Foto Pixabay

Finnish energy group Fortum claims to have found a new and efficient way to recycle lithium out of rechargeable batteries. This could help satisfy the rapidly rising demand for electric cars and batteries. Tero Holländer, who is responsible for the batteries division at Fortum, has stated this in a press release.

Fortum – which is owned for 50.8% by the Finnish state – is one of the largest energy producers in Europe. It has a turnover of more than 33 billion euros in 2019. It also owns 75% of the shares in the German company Uniper, which owns a large number of coal, gas, and hydropower plants.

Earlier this year, Fortum announced that it sees a great future for hydrogen as a renewable energy source, but battery recycling is also high on its list of priorities.

New patent

How the recycling technology actually works is not something that Holländer reveals, but he does mention that it involves a new patent. “This is an important development that will help in meeting and stimulating the enormous demand for electric cars,” says Holländer. “With this technology, we will be able to recover lithium from electric car batteries in a more sustainable way.”

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Foto Basf

In addition to recovering lithium, Fortum also works on the reuse of other rare raw materials in batteries. These include cobalt, nickel, and manganese. In 2019, Fortum reported that it was able to reuse 80% of the raw materials in a battery. This is being done in a factory in Harjavalta in Finland. This is where it also wants to set up a recycling cluster together with German Basf and the Russian Nornickel.

Harjavalta

Holländer: “Our new technology means that we are able to position Europe, and Finland in particular, as one of the most competitive and sustainable places in the world for the recycling and production of battery materials.”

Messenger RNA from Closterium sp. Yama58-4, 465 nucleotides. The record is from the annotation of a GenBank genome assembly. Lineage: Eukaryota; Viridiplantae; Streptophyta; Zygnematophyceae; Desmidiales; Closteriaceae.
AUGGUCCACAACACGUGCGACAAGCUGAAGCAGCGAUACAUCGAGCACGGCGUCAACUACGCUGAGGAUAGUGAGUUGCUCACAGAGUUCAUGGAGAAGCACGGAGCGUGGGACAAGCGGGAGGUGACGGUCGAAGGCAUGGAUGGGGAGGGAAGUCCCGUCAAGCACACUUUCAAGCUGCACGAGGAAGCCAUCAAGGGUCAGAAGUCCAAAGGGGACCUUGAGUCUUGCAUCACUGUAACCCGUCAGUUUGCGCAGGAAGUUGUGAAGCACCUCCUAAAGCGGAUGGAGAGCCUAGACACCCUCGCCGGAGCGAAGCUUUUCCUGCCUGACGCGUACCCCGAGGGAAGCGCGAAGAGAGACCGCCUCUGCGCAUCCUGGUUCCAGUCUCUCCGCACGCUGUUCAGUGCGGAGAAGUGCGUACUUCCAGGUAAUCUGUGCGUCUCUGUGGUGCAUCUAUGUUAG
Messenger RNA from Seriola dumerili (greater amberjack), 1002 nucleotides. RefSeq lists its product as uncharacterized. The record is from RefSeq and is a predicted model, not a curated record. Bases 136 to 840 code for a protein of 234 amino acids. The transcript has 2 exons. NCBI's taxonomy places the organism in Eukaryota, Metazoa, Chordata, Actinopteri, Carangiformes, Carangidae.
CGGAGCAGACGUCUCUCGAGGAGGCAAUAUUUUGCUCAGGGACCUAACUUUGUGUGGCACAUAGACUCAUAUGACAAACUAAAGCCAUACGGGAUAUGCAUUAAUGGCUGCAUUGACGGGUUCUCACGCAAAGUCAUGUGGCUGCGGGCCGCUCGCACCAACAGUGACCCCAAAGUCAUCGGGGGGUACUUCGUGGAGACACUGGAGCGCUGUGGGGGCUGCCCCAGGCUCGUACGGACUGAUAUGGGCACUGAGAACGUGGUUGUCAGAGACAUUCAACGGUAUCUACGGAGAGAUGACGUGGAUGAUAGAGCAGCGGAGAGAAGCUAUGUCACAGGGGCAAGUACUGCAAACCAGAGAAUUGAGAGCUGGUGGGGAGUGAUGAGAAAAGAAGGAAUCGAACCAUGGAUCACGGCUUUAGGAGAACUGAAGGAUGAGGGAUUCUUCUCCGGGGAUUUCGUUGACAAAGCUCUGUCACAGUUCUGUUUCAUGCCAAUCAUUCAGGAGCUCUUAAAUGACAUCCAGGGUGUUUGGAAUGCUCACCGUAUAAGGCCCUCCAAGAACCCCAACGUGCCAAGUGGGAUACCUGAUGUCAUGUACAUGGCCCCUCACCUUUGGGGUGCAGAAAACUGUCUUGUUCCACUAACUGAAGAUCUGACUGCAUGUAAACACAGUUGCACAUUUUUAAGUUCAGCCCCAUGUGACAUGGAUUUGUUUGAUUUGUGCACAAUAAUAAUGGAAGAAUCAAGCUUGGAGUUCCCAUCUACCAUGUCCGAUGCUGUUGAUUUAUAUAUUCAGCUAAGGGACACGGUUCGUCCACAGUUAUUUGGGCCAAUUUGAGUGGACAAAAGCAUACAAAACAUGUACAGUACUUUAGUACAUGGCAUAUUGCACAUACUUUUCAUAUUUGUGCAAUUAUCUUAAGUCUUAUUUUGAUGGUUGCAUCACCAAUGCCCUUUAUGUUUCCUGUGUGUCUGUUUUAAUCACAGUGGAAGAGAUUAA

According to Fortum, the world market for recycling lithium-ion batteries was still relatively small at 1.3 billion euros in 2019. But this is expected to increase to more than 20 billion euros over the coming years thanks to the ever-increasing number of electric vehicles on the road.

The International Energy Agency IEA expects 125 million E-cars in 2030 compared to around 3 million today, Fortum reports. Britain recently announced its intention to completely ban the sale of cars that run on petrol, diesel or gas as from 2030. Given the ambitions of Europe, among others, for a CO2-neutral world, it is quite possible that other countries might also do the same.

Check out our other articles on batteries here.

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About the author

Author profile picture Maurits Kuypers graduated as a macroeconomist from the University of Amsterdam, specialising in international work. He has been active as a journalist since 1997, first for 10 years on the editorial staff of Het Financieele Dagblad in Amsterdam, then as a freelance correspondent in Berlin and Central Europe. When it comes to technological innovations, he always has an eye for the financial feasibility of a project.